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Ian Skemp

Joined: Jul. 6, 2014

Bio:

Graduate of the University of MN (BA Art History) and University of Dallas (MA American Studies). Ian is in his fourth year of teaching US History at Providence Academy. He lives in St. Paul, MN with his wife and son.


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Pitfalls of Asserting Gender Roles

Aug. 28 at 12:52pm | Comments: 5 | Most recent comment: Sep. 3 at 11:44am

In Devra's recent post on "Becoming who you are..." She described the fallacious notion that gender is a mere social construct that inhibits self discovery.  I, too, reject the notion that gender is nothing more than artificial social norms that restrict us from being who we truly are. After all, God created us Man and Woman, two different types of human. Thus, there is a natural distinction between "masculine" and "feminine." Yet, I find myself annoyed whenever the...


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Re: If it doesn't feel like love, it isn't

Sep. 25 at 12:19pm | see this comment in context

Once I got to the UMN, I stopped talking candidly about sin. Mind you, I was still a practicing Catholic who believed in sin; I just didn’t bring it up that often around my classmates. At one point, I started to wonder if I was not living up to my faith. Shouldn’t I be an open witness? Was I hiding my beliefs? Wouldn’t a good Christian take every opportunity to drop a “truth bomb” on the world? I saw some people carrying a cross down frat row one night, calling the revelers out on their sin. I figured I wasn’t strong enough in my faith to be such a bold witness.

I often wonder how many people leave the faith because they follow the following logic.

1)      Those people proselytizing on the street/Twitter/Facebook are real Christians because they have the conviction to preach the truth.

2)      I don’t have the conviction/courage to do that.

3)      I must not really believe this.

Re: If it doesn't feel like love, it isn't

Sep. 25 at 12:19pm | see this comment in context

Interesting bit on proselytizing. 

I have a gut feeling many Christians feel guilty for not proselytizing.  I’ve no proof of this aside from my own conflict, but if I’ve felt it, I’m sure others have, too.

After spending my entire K-12 education in small Christian schools, I began my college education at the University of Minnesota. Big ol’ state school. Before then, I spoke candidly in class discussions about matters of faith and morality. I had some major disagreements with some of my classmates in high school, but we all came from Christian families. Thus, suggesting that things like premarital sex were sinful wasn’t proselytizing, just discussing and debating amongst my peers- the people I would eat lunch with.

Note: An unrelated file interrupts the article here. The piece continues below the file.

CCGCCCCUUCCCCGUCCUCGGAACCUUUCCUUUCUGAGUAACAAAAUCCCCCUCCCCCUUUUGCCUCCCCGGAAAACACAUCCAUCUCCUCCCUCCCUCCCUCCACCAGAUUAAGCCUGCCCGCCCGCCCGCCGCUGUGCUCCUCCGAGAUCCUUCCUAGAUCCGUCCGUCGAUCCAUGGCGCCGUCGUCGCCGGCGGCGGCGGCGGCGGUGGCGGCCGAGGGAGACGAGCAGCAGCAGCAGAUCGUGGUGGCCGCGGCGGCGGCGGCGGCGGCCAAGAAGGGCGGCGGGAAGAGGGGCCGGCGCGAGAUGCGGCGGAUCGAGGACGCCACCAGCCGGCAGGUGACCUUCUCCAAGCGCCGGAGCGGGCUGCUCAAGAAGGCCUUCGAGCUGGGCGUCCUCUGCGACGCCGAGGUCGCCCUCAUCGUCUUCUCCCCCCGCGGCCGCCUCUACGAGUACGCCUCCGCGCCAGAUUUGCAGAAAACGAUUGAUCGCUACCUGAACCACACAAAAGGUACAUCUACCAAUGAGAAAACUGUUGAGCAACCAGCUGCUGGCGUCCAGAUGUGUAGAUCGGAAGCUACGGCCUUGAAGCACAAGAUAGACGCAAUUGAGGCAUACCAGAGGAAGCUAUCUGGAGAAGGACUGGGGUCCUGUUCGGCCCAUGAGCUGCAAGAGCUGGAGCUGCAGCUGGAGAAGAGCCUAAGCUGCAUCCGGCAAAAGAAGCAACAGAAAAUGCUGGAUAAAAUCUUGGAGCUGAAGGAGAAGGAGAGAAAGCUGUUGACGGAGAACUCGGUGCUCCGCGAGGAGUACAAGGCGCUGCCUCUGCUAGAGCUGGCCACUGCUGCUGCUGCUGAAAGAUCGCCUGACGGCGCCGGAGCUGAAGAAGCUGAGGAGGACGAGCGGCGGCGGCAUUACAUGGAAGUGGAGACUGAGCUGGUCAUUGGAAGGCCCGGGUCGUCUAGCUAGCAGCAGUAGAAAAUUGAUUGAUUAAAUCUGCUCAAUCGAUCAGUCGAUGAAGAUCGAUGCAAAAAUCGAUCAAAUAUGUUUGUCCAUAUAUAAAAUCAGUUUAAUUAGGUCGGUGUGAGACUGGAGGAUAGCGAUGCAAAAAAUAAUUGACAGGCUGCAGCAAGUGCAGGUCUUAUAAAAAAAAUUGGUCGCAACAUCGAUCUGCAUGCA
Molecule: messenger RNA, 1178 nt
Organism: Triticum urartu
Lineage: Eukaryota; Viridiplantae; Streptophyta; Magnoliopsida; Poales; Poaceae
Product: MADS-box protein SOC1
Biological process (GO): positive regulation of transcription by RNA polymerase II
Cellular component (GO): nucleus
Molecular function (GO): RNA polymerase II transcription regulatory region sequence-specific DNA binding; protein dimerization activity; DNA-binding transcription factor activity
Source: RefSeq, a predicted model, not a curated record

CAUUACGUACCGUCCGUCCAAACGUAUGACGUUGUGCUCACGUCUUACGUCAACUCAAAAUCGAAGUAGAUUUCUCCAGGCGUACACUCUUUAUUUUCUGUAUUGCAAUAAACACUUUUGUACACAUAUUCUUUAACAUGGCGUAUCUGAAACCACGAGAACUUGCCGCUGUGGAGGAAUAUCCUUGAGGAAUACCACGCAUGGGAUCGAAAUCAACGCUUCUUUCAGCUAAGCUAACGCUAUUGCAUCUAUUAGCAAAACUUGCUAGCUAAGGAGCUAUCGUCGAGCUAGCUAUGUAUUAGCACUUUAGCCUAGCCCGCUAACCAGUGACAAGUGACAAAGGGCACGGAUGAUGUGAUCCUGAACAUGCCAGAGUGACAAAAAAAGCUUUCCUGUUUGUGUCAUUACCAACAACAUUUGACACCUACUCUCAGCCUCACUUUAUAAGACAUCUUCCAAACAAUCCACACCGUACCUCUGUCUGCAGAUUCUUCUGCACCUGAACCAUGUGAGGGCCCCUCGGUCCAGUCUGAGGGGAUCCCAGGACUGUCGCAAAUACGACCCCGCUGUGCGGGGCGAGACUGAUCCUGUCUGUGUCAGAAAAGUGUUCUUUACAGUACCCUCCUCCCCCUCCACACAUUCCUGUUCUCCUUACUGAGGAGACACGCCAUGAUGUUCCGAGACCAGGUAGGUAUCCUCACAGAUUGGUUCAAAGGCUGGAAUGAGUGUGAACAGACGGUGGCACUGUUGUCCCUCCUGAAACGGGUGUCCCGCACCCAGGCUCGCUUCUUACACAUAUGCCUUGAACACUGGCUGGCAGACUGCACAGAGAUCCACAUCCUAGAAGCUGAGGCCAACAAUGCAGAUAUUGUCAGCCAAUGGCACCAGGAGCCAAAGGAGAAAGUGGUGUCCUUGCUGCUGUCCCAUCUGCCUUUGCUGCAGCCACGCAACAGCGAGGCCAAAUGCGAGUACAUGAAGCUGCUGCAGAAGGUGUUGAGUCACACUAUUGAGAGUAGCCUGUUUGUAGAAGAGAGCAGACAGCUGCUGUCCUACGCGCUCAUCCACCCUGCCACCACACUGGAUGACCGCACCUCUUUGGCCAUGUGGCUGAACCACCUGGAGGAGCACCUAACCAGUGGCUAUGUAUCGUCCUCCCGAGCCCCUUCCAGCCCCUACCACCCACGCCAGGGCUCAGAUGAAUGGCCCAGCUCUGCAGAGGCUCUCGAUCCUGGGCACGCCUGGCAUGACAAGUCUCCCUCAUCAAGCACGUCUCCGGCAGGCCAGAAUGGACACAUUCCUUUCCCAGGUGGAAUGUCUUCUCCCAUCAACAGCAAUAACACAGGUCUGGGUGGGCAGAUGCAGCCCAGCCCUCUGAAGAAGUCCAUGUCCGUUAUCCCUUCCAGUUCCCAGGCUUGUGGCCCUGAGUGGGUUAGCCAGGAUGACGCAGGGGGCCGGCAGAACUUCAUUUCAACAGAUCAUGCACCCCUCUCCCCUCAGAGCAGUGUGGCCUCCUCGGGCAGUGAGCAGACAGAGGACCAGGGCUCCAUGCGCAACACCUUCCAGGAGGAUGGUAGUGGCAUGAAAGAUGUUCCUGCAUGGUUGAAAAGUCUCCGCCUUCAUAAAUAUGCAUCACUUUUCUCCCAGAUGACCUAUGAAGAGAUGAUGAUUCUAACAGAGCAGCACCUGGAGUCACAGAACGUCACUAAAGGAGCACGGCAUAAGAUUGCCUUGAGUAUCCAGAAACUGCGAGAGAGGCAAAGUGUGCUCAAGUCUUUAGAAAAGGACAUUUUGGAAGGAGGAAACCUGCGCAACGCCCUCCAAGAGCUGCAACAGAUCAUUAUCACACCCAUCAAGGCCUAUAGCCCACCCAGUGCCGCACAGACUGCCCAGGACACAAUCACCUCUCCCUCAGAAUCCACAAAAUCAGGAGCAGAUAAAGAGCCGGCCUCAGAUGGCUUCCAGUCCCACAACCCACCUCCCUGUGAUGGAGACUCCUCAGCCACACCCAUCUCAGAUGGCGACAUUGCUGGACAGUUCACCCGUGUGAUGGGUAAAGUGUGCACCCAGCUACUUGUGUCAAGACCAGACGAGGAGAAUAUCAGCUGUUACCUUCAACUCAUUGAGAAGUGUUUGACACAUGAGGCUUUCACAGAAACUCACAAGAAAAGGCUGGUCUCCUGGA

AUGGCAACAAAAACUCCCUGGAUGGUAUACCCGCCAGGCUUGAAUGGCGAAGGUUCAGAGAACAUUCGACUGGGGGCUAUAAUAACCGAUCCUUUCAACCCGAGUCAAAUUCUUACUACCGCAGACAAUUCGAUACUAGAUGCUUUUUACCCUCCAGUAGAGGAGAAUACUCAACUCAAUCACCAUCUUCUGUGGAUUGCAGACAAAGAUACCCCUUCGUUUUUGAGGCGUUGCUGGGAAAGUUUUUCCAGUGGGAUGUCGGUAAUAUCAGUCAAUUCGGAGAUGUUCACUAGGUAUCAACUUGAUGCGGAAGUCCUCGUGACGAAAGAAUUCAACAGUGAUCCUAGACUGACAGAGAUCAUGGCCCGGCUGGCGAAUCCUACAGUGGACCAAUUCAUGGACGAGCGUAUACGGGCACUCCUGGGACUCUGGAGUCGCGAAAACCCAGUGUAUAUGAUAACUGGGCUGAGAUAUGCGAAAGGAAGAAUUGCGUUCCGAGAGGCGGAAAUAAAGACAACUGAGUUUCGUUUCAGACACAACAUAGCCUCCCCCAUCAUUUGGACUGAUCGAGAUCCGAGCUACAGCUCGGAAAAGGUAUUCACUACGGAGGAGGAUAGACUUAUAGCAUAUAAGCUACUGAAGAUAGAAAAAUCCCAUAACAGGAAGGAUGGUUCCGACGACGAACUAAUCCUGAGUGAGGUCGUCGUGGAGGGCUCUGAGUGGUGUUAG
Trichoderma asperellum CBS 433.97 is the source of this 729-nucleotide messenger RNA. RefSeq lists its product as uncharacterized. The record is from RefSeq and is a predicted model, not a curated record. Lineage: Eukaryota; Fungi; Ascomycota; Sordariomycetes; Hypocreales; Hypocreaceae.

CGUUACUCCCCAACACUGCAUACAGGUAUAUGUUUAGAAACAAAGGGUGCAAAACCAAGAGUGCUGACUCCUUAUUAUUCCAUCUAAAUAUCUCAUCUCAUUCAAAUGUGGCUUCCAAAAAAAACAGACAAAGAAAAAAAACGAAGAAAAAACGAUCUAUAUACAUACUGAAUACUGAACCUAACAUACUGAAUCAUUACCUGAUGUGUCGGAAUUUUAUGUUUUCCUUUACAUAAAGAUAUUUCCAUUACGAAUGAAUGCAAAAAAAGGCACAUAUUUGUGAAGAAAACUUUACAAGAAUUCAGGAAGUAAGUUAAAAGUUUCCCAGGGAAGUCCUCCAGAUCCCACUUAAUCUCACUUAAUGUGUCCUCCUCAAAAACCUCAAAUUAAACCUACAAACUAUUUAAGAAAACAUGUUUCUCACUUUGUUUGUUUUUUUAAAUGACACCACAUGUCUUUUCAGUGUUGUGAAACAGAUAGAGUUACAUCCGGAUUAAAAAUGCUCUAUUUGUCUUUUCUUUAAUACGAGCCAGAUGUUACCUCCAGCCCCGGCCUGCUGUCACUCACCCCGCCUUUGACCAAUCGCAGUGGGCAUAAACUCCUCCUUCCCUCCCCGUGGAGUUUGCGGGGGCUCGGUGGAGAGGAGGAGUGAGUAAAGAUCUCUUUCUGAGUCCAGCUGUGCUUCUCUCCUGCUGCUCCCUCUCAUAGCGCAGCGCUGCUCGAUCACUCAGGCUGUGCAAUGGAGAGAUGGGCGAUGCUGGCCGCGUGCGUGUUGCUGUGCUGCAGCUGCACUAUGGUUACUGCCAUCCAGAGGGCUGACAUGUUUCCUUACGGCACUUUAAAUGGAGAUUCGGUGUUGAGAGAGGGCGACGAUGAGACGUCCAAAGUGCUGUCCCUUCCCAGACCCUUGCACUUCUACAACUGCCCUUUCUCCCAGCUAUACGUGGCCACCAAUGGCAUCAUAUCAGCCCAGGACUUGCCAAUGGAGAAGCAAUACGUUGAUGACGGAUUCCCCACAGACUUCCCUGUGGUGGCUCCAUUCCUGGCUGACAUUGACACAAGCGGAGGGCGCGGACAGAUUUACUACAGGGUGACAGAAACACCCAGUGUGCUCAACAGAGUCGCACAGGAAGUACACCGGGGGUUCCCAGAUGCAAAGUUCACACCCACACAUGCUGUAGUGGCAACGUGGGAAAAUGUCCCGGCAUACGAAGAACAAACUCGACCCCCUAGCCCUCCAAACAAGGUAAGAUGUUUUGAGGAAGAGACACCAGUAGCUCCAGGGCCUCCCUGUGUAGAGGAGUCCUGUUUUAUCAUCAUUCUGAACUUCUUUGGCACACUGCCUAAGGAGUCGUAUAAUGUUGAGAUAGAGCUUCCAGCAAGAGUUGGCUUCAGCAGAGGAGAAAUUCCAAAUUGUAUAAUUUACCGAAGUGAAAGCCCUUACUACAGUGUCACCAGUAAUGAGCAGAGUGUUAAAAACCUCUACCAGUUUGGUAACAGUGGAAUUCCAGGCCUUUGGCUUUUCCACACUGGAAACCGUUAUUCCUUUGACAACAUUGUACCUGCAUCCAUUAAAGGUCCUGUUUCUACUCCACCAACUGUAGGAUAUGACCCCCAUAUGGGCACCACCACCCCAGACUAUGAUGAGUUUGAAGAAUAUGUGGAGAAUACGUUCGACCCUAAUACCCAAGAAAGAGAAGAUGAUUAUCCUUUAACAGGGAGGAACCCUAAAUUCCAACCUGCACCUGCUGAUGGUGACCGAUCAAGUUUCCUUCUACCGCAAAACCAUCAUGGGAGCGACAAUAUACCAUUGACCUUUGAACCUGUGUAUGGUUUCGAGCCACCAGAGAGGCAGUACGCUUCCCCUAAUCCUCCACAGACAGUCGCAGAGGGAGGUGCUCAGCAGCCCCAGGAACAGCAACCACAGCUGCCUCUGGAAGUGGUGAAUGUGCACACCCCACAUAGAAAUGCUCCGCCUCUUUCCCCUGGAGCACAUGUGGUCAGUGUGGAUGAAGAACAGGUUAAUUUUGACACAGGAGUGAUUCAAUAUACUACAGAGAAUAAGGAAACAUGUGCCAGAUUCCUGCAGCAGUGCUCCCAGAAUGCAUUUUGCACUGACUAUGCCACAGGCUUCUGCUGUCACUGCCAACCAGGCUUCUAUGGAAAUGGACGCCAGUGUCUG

Re: Pitfalls of Asserting Gender Roles

Sep. 3 at 11:44am | see this comment in context

Hey, no one likes a busybody. I like the idea of invitation. We shouldn't guilt people into coming to the feast; we just need them to know they are welcome and that the food is good.

Re: Pitfalls of Asserting Gender Roles

Sep. 3 at 11:25am | see this comment in context

Katie van Schaijik, Sep. 3 at 10:28am

"I think this is a major concern of the Pope's. Stop moralizing. Stop judging. Stop trying to manage the way other people live. Just invite them to Jesus and the Church. Let Him heal them."

Re: Pitfalls of Asserting Gender Roles

Sep. 2 at 12:50pm | see this comment in context

It becomes an even bigger problem when people are driven away from the faith because they assume that good Catholics conform to traditional gender roles. Thus, the woman who decides to have a career, remain single without religious vocation, or marries but keeps her maiden name, feels at odds with Catholicism with no reason to be. 

Additionally, I'm glad you mentioned tendencies. I've heard from women who have been through a disordered purity talk at some point in their lives. While the purity talk for men directly confronts our urges, the talk for women oftentimes consists of "You need to dress modestly so as not to make life hard for your brothers." This would be fine, I suppose, if the talk continued on to address a woman's urges, but it stops there. The assumption seems to be that, since men generally struggle more with lust, that lust is a man's problem and women don't need to worry about it. The generalization is not unfounded, as the sex industry is primarily catered to men for a reason. The problem is treating a generalization like a universal, and an even bigger problem is, as you said, treating a tendency as a moral imperative.

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